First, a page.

Umami Information Center


Two UIC doctors spoke at the side event of PMAC 2024, the international conference of global health.

January 2024

From January 22 to 27, 2024, the annual Prince Mahidol Award Conference (PMAC), an international conference of global health, was held in Bangkok, Thailand. PMAC is a major international health conference hosted by the Thai Royal Family in honor of Prince Mahidol, who introduced modern medicine to Thailand. 
The conference feature discussions on key issues in global health by experts. The theme for 2024 is "Geopolitics, Human Security and Health Equity in an Era of Polycrises.” In addition to the plenary sessions, many side events have also been organized.

Dr. Toshihide Nishimura, a vice chairman of the Umami Information Center (UIC) and Dr. Hisayuki Uneyama, a UIC director, spoke at one of them titled “Promoting Healthy Food and Well-being in an Era of Polycrises” held on January 23.
The event was sponsored by SSBW*, a Thailand and ASEAN based network of researchers and companies on sensory science**
Network for Sensory Science for Better Well-being. The purpose of this network is to improve the wellbeing of human society by sharing the latest findings on sensory science to create a healthy and sustainable food environment.
**sensory science:
a scientific field that studies how we perceive the world outside our bodies through the five senses (sight, hearing, smell, taste, and touch) and how the information we perceive affects our preferences and emotions.
In this side event, research on umami and the flavor and koku, the impact of the polycrisis on food security within the food system, and the connection between sensory science and happiness were discussed.  

Dr. Toshihide Nishimura had a lecture titled “Effect of Umami Substances on the Enhancement of Palatability and Koku of Food” in Session 1 “Approach from Science and Technology.”     
He said that the enjoyment of consuming delicious food is said to contribute to one’s health and wellbeing. It is essential for individuals to consume tasty and healthful food even when working with limited ingredients. In his lecture Dr. Nishimura introduced methods to make limited ingredients enjoyable by utilizing umami substances and enhancing koku perception. He explained in detail the relationship between umami substances and enhancement of koku perception. He stated that taste and aroma play important roles in the perception of flavor and koku when food is consumed.
“Koku" provides "complexity" by incorporating taste, aroma, and texture that forms food characteristics, enhances satisfaction from compounds of taste and aroma below the threshold, and expands the intensity of perception.
Additionally, “Koku" is increased by the persistence of lipids, umami substances, bitterness components, and viscosity, thereby extending the duration of perception. He concluded that the perception of “Koku" in food is an objective element related to flavor, comprising complexity, mouthfulness (richness), and lingeringness, with umami components, lipids, and richness components involved in enhancing the perception of Koku.  He talked to the audience that these interrelated factors lead to the value of a rich dietary life, and ultimately, to wellbeing.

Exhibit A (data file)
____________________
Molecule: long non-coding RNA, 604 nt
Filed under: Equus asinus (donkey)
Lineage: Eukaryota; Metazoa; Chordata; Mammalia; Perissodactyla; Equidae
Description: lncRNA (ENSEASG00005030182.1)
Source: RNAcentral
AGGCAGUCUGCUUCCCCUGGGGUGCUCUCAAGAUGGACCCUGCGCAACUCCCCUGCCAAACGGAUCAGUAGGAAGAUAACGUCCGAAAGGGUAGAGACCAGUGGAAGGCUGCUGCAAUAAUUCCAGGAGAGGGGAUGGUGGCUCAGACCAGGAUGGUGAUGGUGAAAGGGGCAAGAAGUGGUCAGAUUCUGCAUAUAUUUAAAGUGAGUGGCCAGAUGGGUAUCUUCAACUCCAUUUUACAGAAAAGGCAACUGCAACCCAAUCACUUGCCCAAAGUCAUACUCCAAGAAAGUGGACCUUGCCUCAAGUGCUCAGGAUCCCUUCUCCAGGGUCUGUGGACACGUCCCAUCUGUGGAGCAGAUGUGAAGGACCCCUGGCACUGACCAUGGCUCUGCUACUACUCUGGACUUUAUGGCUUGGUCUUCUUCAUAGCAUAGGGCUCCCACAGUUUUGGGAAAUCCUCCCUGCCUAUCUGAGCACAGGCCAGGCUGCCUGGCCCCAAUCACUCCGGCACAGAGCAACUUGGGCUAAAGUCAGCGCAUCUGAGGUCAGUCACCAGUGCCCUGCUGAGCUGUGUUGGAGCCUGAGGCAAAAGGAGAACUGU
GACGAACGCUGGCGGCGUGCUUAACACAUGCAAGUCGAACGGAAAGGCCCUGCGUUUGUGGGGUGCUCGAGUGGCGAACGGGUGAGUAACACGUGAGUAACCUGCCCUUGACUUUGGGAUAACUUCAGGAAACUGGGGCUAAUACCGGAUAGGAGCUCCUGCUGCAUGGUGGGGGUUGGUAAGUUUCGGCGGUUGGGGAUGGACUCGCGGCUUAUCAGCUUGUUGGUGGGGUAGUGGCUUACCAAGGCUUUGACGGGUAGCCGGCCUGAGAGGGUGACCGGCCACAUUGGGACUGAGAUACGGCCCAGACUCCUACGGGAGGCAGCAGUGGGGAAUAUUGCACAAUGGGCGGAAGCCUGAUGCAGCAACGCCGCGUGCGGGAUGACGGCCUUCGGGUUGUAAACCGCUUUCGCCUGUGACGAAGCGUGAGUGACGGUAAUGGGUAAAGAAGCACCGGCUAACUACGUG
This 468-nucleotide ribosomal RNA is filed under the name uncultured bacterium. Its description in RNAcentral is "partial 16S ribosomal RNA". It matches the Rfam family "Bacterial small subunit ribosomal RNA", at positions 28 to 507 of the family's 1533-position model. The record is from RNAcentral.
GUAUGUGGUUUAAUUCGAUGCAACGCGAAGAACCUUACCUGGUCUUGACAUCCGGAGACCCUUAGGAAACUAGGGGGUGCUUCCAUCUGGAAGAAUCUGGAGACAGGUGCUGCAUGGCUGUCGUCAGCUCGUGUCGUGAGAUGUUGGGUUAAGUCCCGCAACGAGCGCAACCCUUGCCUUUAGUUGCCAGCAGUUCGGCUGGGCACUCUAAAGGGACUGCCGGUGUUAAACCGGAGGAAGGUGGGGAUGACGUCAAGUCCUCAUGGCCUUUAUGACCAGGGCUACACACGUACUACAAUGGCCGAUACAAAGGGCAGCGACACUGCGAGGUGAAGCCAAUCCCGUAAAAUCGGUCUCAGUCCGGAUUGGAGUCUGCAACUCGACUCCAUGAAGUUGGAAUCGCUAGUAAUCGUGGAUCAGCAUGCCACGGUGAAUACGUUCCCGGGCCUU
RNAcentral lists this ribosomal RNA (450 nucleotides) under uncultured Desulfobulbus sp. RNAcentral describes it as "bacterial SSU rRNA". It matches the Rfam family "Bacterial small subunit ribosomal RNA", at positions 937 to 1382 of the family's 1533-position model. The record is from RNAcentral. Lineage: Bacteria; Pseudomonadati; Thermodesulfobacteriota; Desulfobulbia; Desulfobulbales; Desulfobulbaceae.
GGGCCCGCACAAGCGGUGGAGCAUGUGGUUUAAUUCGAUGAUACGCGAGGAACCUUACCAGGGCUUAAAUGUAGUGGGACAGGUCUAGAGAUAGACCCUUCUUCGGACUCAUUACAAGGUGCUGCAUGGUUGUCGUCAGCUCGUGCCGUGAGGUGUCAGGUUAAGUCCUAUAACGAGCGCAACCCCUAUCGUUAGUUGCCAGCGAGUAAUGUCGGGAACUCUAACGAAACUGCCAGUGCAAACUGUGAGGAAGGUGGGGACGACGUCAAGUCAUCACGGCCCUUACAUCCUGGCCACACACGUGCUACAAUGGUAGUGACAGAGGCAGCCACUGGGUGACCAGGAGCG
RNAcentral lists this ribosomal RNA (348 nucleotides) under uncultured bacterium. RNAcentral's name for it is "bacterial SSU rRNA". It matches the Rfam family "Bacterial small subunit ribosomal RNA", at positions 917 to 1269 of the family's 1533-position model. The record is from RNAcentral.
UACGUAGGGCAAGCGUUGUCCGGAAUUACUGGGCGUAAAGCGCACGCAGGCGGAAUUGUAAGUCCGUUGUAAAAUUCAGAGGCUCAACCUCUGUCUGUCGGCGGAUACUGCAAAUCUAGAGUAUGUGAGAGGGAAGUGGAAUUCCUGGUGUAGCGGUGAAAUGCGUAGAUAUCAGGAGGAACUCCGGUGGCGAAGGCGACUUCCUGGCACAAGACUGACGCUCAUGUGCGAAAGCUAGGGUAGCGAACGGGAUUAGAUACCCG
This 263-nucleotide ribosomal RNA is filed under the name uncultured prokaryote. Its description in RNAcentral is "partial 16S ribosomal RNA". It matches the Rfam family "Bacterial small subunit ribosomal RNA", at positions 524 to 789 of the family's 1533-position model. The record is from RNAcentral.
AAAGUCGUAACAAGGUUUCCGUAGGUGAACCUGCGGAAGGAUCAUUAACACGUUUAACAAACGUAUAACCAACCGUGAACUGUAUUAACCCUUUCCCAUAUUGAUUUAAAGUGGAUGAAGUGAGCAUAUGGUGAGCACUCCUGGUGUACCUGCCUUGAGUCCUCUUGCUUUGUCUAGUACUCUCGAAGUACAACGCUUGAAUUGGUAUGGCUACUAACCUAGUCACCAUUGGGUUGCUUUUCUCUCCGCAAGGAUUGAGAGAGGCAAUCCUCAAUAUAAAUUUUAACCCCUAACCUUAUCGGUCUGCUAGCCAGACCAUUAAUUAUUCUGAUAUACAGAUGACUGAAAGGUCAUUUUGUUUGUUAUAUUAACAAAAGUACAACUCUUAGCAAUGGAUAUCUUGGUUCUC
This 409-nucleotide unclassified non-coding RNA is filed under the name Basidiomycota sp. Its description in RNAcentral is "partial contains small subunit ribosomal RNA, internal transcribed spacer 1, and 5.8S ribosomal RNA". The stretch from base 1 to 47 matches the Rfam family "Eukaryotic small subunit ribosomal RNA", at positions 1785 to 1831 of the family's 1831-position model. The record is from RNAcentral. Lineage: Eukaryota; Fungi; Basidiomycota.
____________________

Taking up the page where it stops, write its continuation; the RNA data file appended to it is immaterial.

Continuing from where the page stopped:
Dr. Nishimura also participated in a panel discussion that followed his lecture, where koku was again a subject of great interest to the panelists.

Dr. Hisayuki Uneyama spoke at the input session "Global Survey of Science and Economics on [Food for Wellbeing].” Based on a commentary on a survey on wellbeing conducted by Nature, he stated that food, especially protein and amino acid nutrition, has a significant impact on happy and healthy life. He emphasized that the delicious "taste" of food is particularly important, therefore umami plays a significant role to wellbeing.
Having salt reducing effect, umami deserves further studying. He also explained the Protein Leverage Hypothesis***.
*** Protein Leverage Hypothesis (PLH): This hypothesis suggests that the cause of the global obesity epidemic can be attributed to people's tendency to overconsume fats and carbohydrates due to a strong appetite for protein. According to this hypothesis, the relationship between overconsumption of ultra-processed foods (UPF) and reduced wellbeing can be explained by the dilution of protein and fiber in foods with fat, carbohydrates, and salt.
Dr. Uneyama also participated in the SESSION 2. Approaches from Public Health, Food Industry and Economy, as a chair of the panel discussion.

The event was attended by 70 participants, some of them were standing. There is a close relationship between delicious taste, health, and wellbeing. The audience was reminded that we should make good use of umami substances and the perception of “Koku" in food to get good amounts of protein, vegetables, and other foods that we tend to be deficient in, and to moderate the intake of nutrients such as salt and carbohydrates, which should be avoided in excess.